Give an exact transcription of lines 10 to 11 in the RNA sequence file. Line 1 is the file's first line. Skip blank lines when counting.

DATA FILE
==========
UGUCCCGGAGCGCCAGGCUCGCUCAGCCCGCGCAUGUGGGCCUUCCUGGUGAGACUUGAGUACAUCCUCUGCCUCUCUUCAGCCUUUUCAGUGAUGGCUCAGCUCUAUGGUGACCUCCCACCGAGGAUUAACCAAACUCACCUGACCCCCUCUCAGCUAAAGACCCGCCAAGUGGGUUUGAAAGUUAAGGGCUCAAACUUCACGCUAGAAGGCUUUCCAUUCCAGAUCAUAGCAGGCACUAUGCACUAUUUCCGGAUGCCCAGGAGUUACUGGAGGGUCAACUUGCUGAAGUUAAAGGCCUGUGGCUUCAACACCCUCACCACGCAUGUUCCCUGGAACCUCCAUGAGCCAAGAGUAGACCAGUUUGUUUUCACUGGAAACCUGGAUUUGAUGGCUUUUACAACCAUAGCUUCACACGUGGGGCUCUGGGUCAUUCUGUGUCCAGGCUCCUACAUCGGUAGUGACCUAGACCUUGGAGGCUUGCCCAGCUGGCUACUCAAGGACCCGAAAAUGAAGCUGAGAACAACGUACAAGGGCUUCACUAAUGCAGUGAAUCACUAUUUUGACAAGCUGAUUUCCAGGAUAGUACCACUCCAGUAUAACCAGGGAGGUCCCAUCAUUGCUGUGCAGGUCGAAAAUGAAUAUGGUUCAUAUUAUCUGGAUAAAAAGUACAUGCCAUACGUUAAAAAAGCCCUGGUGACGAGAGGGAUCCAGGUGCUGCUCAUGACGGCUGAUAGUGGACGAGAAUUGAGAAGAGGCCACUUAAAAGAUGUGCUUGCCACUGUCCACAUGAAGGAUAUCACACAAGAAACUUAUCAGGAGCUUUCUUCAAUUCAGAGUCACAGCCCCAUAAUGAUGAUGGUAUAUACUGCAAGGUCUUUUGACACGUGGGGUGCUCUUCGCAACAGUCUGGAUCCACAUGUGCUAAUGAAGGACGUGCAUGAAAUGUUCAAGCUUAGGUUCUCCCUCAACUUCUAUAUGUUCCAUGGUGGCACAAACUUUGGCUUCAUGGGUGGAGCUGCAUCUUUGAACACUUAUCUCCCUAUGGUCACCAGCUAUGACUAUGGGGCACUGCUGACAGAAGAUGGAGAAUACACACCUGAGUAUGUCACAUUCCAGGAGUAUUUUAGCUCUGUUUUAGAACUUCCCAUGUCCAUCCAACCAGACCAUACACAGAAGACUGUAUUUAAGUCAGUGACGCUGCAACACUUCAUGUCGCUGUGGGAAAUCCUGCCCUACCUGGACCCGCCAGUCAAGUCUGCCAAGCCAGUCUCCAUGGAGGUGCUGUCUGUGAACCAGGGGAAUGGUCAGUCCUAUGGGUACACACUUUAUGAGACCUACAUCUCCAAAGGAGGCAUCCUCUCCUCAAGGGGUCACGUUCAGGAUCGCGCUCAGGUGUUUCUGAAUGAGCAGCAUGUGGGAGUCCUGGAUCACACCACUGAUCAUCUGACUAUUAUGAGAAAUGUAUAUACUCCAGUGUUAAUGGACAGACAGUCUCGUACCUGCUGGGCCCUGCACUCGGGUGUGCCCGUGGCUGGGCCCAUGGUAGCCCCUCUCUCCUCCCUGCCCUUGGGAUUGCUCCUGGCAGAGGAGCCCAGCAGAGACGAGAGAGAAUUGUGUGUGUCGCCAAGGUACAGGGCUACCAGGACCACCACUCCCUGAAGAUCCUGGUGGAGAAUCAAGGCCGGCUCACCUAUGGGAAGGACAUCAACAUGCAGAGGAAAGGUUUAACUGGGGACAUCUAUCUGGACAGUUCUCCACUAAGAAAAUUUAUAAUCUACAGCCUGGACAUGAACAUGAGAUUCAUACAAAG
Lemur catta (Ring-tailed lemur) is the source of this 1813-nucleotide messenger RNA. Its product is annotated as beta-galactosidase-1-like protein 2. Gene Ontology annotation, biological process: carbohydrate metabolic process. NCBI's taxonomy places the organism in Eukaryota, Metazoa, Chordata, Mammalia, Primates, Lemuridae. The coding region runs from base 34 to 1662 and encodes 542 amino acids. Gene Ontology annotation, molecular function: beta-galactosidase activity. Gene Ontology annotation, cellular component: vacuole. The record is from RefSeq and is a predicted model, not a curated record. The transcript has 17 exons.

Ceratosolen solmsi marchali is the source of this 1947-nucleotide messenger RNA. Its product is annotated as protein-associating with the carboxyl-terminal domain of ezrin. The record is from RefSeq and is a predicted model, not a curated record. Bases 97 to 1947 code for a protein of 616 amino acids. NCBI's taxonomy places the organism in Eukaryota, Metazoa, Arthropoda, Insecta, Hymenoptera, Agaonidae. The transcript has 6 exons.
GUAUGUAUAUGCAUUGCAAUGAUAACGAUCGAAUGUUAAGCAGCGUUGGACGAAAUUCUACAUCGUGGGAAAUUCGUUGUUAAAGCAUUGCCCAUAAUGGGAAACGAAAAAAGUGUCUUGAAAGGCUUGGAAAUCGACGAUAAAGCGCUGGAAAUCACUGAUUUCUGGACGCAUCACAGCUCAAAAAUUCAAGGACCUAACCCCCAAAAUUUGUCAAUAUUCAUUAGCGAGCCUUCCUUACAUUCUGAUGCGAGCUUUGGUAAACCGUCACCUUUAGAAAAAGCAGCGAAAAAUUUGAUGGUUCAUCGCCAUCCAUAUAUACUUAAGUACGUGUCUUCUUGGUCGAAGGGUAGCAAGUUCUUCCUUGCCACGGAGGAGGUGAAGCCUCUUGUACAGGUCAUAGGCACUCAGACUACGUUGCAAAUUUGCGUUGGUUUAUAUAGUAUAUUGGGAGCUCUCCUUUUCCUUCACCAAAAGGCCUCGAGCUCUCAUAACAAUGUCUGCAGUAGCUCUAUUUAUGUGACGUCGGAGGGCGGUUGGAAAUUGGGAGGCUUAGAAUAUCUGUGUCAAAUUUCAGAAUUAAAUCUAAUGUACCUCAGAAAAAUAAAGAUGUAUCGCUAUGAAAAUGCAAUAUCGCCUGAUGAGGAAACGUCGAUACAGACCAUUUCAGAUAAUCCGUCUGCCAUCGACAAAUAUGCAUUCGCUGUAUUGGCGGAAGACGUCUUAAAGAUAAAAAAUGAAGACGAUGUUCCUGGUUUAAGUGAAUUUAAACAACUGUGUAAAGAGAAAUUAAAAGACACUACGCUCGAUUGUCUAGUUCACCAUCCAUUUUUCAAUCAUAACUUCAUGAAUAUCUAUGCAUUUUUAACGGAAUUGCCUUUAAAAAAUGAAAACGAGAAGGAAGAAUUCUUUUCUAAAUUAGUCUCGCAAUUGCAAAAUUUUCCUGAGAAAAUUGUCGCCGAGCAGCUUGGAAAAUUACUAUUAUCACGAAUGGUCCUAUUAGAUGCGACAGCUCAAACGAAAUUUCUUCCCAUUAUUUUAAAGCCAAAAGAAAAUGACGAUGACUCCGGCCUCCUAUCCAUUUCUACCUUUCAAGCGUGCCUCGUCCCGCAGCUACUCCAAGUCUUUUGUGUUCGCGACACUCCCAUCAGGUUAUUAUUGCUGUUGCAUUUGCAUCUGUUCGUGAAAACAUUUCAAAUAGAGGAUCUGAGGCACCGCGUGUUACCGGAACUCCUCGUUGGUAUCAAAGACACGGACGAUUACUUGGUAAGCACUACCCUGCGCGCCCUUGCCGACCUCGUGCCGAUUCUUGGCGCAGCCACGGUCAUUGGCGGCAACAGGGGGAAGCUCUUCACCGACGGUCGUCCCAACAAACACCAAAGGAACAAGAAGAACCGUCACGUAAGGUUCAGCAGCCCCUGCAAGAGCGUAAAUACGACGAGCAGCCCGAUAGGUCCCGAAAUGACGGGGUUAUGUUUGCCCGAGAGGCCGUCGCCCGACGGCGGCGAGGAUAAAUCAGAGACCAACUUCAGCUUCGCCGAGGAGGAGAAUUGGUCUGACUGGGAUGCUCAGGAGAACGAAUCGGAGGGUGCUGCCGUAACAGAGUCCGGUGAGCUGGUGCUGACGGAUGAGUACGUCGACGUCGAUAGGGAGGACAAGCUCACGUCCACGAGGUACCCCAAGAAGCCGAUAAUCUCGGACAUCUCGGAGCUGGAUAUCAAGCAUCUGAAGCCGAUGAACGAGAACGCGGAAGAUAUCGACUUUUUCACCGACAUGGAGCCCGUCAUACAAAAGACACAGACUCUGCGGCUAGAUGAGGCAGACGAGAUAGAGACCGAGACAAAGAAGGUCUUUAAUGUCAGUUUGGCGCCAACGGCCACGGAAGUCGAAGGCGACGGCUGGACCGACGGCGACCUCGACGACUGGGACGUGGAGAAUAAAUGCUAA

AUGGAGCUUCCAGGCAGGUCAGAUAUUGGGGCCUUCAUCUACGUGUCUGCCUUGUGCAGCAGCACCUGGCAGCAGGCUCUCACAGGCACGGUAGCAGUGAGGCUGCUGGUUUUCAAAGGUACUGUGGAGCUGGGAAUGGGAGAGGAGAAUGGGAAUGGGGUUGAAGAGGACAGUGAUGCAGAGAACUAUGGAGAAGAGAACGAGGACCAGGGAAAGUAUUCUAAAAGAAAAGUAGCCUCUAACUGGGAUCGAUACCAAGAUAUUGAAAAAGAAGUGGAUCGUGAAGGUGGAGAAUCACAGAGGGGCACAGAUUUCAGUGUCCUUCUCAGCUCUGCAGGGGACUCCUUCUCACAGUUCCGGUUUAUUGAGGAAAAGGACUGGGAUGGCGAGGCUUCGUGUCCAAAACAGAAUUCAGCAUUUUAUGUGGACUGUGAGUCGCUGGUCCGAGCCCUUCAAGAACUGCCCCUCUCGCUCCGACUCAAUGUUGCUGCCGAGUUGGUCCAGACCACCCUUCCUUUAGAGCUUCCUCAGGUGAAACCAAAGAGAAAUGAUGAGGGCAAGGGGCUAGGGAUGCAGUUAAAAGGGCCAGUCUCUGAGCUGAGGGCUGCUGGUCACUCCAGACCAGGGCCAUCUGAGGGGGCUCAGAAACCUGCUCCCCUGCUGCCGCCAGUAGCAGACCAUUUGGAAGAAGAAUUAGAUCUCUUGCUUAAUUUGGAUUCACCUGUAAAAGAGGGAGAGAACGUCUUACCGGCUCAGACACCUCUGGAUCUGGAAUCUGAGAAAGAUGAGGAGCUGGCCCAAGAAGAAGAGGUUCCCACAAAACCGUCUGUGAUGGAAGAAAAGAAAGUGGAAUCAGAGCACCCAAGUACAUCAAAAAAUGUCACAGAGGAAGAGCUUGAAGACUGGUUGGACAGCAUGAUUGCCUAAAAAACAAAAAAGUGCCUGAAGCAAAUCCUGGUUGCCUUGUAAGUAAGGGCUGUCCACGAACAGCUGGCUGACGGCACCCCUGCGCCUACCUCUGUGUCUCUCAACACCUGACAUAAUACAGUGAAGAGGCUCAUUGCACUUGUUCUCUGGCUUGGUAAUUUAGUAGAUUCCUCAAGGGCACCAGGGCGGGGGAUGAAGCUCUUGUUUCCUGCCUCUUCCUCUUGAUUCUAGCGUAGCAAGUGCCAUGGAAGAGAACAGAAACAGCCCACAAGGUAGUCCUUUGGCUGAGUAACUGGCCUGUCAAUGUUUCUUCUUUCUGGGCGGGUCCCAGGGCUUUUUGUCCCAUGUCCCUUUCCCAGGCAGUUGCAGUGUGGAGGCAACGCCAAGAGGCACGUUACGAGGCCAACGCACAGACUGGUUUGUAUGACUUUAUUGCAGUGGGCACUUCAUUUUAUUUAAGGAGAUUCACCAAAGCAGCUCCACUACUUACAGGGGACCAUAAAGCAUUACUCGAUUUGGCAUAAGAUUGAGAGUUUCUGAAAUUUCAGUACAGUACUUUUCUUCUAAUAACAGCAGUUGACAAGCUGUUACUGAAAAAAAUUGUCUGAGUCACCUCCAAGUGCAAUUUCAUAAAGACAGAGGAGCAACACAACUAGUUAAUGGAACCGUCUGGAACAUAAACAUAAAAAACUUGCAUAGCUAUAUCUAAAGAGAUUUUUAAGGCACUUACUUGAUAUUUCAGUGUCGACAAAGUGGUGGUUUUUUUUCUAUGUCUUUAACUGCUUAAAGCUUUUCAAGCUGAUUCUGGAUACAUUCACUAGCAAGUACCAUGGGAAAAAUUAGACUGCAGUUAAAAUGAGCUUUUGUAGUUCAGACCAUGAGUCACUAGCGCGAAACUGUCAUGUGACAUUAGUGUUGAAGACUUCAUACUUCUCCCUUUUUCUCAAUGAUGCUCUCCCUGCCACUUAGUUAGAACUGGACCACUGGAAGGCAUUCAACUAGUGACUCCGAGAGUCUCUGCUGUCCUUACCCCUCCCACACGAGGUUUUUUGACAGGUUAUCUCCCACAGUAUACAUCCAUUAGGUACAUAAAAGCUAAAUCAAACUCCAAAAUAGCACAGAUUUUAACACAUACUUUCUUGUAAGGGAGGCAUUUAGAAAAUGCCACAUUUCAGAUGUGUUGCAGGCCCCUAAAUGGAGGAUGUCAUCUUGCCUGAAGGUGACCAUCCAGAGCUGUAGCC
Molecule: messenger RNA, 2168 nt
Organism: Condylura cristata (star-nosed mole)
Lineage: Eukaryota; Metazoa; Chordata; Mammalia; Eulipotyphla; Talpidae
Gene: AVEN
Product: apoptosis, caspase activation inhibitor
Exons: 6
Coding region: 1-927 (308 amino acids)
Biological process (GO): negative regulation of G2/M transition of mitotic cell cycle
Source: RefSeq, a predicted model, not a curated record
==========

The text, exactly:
Product: apoptosis, caspase activation inhibitor
Exons: 6